It's the case of the "Outside Context Problem" as described by the late, great Iain M Banks [via
The usual example given to illustrate an Outside Context Problem was imagining you were a tribe on a largish, fertile island; you'd tamed the land, invented the wheel or writing or whatever, the neighbors were cooperative or enslaved but at any rate peaceful and you were busy raising temples to yourself with all the excess productive capacity you had, you were in a position of near-absolute power and control which your hallowed ancestors could hardly have dreamed of and the whole situation was just running along nicely like a canoe on wet grass... when suddenly this bristling lump of iron appears sailless and trailing steam in the bay and these guys carrying long funny-looking sticks come ashore and announce you've just been discovered, you're all subjects of the Emperor now, he's keen on presents called tax and these bright-eyed holy men would like a word with your priests.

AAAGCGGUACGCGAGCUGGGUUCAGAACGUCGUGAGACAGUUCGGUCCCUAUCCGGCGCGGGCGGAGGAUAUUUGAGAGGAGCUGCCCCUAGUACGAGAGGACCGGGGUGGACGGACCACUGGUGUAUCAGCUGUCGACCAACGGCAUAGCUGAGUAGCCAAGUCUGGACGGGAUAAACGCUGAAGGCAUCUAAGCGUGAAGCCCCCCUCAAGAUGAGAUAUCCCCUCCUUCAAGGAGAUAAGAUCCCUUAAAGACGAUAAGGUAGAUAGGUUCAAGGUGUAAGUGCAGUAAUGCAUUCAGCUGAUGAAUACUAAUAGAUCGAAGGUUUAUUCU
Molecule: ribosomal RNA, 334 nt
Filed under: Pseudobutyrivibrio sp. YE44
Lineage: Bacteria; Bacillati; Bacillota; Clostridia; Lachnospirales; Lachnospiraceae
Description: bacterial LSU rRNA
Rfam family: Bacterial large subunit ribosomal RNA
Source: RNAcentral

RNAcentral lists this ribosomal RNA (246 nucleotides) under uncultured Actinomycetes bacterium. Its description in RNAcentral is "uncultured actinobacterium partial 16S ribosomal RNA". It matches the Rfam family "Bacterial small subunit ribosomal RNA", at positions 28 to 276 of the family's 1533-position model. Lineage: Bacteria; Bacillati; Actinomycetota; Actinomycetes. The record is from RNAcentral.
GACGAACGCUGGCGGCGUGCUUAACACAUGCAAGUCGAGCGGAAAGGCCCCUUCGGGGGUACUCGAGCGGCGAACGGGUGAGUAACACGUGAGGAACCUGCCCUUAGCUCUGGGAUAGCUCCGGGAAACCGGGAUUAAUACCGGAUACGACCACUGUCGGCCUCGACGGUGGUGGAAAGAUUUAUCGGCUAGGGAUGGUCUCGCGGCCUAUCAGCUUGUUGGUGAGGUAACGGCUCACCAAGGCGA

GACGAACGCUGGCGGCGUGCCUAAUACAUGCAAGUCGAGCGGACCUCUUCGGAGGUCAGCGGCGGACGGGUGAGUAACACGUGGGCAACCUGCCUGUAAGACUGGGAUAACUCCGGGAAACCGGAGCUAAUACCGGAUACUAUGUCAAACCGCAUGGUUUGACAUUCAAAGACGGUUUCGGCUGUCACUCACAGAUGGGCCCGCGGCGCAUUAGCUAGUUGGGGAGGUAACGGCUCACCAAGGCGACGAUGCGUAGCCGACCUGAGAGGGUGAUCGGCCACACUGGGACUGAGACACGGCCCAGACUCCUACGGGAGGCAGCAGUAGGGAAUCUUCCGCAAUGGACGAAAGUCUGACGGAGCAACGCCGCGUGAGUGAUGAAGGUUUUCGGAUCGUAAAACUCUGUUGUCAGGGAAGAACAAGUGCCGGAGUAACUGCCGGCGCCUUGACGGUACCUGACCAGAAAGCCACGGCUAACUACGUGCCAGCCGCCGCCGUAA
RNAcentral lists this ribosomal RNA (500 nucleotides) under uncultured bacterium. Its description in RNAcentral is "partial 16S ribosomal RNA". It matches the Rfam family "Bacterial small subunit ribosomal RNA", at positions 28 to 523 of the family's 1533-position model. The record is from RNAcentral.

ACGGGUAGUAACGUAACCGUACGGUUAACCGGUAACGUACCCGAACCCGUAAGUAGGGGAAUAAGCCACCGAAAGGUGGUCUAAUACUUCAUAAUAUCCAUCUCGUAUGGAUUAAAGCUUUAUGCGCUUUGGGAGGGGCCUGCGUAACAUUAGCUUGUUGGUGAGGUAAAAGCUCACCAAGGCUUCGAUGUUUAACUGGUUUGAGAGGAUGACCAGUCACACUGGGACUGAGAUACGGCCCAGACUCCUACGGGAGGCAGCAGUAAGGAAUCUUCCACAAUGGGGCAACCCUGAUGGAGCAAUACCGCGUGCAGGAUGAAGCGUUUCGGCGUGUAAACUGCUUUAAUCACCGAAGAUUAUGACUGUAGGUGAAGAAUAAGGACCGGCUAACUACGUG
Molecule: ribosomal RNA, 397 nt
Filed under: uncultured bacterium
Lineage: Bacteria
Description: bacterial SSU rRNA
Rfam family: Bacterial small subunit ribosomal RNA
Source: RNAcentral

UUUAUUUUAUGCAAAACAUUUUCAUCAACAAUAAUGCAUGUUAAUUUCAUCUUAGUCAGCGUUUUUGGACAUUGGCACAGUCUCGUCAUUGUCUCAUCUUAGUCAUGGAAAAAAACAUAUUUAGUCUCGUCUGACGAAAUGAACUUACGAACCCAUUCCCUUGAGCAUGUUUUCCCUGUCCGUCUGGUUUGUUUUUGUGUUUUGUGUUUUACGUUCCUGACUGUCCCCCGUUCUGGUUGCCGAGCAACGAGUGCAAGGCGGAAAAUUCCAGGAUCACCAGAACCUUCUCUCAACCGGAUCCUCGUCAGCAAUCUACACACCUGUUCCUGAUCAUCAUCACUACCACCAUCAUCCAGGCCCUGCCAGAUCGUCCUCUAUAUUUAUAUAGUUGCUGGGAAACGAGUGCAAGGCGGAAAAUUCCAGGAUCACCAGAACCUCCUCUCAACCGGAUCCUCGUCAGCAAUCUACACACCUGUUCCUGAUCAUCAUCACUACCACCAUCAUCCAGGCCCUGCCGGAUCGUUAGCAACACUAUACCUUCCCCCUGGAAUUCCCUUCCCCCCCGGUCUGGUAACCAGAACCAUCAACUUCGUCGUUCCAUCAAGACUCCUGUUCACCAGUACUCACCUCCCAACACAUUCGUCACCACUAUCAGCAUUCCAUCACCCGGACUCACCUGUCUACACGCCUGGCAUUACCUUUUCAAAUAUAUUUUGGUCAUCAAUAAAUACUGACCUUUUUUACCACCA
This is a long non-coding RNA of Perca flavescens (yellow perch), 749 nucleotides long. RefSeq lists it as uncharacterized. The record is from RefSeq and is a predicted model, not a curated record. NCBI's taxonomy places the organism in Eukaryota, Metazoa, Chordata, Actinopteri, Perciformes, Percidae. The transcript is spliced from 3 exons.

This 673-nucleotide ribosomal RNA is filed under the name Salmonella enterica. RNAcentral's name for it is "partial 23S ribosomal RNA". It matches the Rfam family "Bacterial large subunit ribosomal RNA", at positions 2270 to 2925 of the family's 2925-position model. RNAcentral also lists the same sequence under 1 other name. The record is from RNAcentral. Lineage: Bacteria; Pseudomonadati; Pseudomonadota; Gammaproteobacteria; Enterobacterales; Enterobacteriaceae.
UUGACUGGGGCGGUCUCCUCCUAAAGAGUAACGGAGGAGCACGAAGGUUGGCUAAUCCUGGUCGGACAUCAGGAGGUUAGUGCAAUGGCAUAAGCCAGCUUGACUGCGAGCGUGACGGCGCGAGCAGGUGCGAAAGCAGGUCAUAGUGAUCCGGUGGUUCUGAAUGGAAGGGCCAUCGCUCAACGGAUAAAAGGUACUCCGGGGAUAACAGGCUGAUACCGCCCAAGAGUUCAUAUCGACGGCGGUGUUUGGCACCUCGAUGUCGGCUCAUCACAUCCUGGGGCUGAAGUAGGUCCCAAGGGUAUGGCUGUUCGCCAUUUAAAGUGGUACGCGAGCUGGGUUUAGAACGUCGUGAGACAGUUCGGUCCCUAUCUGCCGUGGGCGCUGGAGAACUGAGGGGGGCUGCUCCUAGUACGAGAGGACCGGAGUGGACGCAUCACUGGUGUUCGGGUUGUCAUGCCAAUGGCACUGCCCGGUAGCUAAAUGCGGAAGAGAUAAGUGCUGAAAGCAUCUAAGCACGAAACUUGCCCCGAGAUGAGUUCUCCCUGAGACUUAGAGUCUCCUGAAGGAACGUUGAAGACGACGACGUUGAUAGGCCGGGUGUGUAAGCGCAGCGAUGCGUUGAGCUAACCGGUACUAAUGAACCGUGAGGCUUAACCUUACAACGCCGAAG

Banks goes on to note that most civilisations tend to encounter an Outside Context Problem only once, at the point where that particular civilisation ends or is subsumed into the more powerful one. (Incidentally this is also the title of a series of eBooks by Christopher Nuttall which are satisfyingly geeky.)
Of course, there are plenty of fictional examples of invasion, I guess ranging from the barely-competent aliens in Niven & Pournelle's "Footfall" (who were easily detected) and the almost-Gods of Arthur C Clarke's "Childhood's End" who basically just turned up without warning. It's too varied a field to come up with an idea of how we could detect them.